Jesus said, “You are the light of the world. A city set on a hill cannot be hidden; nor does anyone light a lamp and put it under a basket, but on the lampstand, and it gives light to all who are in the house. Let your light shine before men in such a way that they may see your good works, and glorify your Father who is in heaven” (Matthew 5:14-16).
Just as Christ was willing to bring light, life, love, hope, and forgiveness to his creation, so Christians today are called to step out in faith, follow him, and deliver the same message to a world in desperate need of a savior.
The Hands of Jesus Are Willing to Do His Work
In addition to being the feet of Jesus, going into all corners of the world to share the good news of the gospel, Christians are also called to be the hands of Jesus wherever they go.
What does this mean?
It means doing the things Jesus did. Hands are the instruments of our work.
Thankfully, Jesus provided the perfect example and set of instructions to follow.
As Jesus told his disciples, “Whoever wishes to become great among you shall be your servant; and whoever wishes to be first among you shall be slave of all. For even the Son of Man did not come to be served, but to serve, and to give His life a ransom for many” (Mark 10:43-45).
What is then expected of his followers? Jesus was clear on this point as well.
“If I then, the Lord and the Teacher, washed your feet, you also ought to wash one another’s feet. For I gave you an example that you also should do as I did to you” (John 13:14-15).
Washing someone’s feet is, of course, a metaphorical act of service, but the message of humility and active kindness is a powerful reminder to Christ’s followers of the role they play in the world.
More than just light, Christ’s followers are also called to be “salt” of the earth, preserving a world that would quickly turn rancid and corrupt without the saving grace and love of Jesus Christ (Matthew 5:13).
When Christians go out into the world as his feet, they also carry with them the hands of Jesus, tending, preserving, serving, and healing the world he loves and entrusted his followers to care for. And if they adhere to the gospel message, submit to the authority of Jesus Christ, and receive the anointing of the Holy Spirit, they go with the anointing of Jesus Christ as well (1 John 2:18-27).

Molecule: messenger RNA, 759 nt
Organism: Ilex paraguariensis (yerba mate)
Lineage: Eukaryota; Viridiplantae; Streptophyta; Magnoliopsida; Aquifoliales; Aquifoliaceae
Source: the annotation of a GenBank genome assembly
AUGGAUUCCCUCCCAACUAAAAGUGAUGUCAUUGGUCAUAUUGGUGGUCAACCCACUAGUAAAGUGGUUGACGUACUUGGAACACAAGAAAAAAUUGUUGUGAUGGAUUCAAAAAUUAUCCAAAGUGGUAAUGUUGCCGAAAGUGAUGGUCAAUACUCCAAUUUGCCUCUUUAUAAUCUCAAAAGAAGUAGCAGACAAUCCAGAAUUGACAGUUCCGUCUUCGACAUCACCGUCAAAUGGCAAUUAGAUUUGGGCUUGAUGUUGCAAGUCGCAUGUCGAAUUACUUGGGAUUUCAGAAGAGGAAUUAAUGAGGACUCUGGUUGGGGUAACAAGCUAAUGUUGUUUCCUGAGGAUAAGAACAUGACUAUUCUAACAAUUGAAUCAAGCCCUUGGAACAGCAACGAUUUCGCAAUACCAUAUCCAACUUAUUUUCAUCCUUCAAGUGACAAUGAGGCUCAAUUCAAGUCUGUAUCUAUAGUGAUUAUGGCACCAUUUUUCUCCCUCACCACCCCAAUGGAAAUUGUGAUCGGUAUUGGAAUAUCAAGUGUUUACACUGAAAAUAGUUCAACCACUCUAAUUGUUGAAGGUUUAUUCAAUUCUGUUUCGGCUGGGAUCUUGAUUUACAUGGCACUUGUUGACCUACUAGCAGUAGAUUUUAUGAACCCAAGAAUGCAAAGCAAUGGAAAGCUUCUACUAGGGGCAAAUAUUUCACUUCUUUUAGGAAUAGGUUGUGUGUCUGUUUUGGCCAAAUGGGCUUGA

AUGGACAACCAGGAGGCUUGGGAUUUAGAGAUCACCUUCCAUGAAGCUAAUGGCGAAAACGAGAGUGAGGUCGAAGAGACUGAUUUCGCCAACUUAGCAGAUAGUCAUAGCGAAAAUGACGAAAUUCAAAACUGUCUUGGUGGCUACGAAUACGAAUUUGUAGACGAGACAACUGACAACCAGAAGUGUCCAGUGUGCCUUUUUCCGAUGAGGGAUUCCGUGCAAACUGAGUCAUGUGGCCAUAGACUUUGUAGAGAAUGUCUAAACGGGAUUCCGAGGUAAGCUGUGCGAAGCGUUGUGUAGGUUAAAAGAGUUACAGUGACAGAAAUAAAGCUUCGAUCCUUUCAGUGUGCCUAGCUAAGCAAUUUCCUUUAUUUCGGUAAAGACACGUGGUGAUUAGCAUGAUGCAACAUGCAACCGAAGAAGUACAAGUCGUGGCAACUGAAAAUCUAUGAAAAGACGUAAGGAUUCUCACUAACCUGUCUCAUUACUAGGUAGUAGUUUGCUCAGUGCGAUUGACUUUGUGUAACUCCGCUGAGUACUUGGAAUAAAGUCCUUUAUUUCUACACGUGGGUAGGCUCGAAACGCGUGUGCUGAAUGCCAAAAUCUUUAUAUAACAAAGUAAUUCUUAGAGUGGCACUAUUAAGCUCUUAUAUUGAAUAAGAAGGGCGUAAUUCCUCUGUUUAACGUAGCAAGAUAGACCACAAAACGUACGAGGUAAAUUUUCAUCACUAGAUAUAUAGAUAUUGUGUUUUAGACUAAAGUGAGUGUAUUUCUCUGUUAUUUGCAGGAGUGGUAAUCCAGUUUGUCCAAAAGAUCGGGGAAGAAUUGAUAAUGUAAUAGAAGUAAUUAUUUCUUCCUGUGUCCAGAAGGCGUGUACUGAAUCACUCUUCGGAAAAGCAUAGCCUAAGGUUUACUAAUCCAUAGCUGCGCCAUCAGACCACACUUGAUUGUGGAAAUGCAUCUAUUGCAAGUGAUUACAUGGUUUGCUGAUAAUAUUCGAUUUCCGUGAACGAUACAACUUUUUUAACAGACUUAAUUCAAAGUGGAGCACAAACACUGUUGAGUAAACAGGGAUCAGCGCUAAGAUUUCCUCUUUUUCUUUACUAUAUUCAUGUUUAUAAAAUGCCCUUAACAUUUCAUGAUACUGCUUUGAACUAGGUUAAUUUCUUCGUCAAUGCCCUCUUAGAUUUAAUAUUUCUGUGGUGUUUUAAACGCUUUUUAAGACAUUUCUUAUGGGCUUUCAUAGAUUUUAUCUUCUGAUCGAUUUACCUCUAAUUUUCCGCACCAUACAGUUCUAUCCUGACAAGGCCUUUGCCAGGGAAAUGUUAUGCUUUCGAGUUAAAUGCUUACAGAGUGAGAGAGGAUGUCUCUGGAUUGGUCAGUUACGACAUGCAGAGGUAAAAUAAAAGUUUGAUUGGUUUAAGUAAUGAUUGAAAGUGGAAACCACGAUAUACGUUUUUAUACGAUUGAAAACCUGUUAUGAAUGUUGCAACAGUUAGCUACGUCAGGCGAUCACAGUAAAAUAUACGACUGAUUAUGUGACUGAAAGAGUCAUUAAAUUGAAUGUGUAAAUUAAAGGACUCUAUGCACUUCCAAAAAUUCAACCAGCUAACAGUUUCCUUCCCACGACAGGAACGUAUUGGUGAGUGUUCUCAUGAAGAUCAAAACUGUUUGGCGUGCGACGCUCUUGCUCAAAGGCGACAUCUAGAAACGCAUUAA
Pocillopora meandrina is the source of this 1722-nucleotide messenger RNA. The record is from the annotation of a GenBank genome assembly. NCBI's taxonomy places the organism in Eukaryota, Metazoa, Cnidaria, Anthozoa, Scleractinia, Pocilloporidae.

- Loving their neighbors (Mark 12:30-31); Taking care of the poor (Deuteronomy 15:11).
- Feeding the hungry (Isaiah 58:10); Clothing the needy (1 John 3:17).
- Being hospitable to strangers (Matthew 25:35); Healing the sick (Luke 10:9, James 5:14).
- Forgiving others (Matthew 6:14-15); Promoting justice and mercy (Micah 6:8).
- Promoting peace (Matthew 5:9; Romans 12:18); Caring for the captive, the prisoner, and the oppressed (Hebrews 13:3, Matthew 25:36).
Jesus said, “Whatever you did for one of the least of these brothers and sisters of mine, you did for me” (Matthew 25:40).
This is the purpose of the church and the power of Christ’s disciples, who are not just receivers of the gospel but participants in it. They are truly the hands and feet of a living Jesus who is still active in shaping and saving the world.
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Joel Ryan is a children’s book author, writing professor, and contributing writer for Crosswalk, Christianity.com, Stand Firm Men’s Magazine, and others. He is passionate about telling great stories, defending biblical truth, and helping writers of all ages develop their craft. Joel discusses, analyzes, and appreciates the great writings of the past and present on his website, Perspectives off the Page.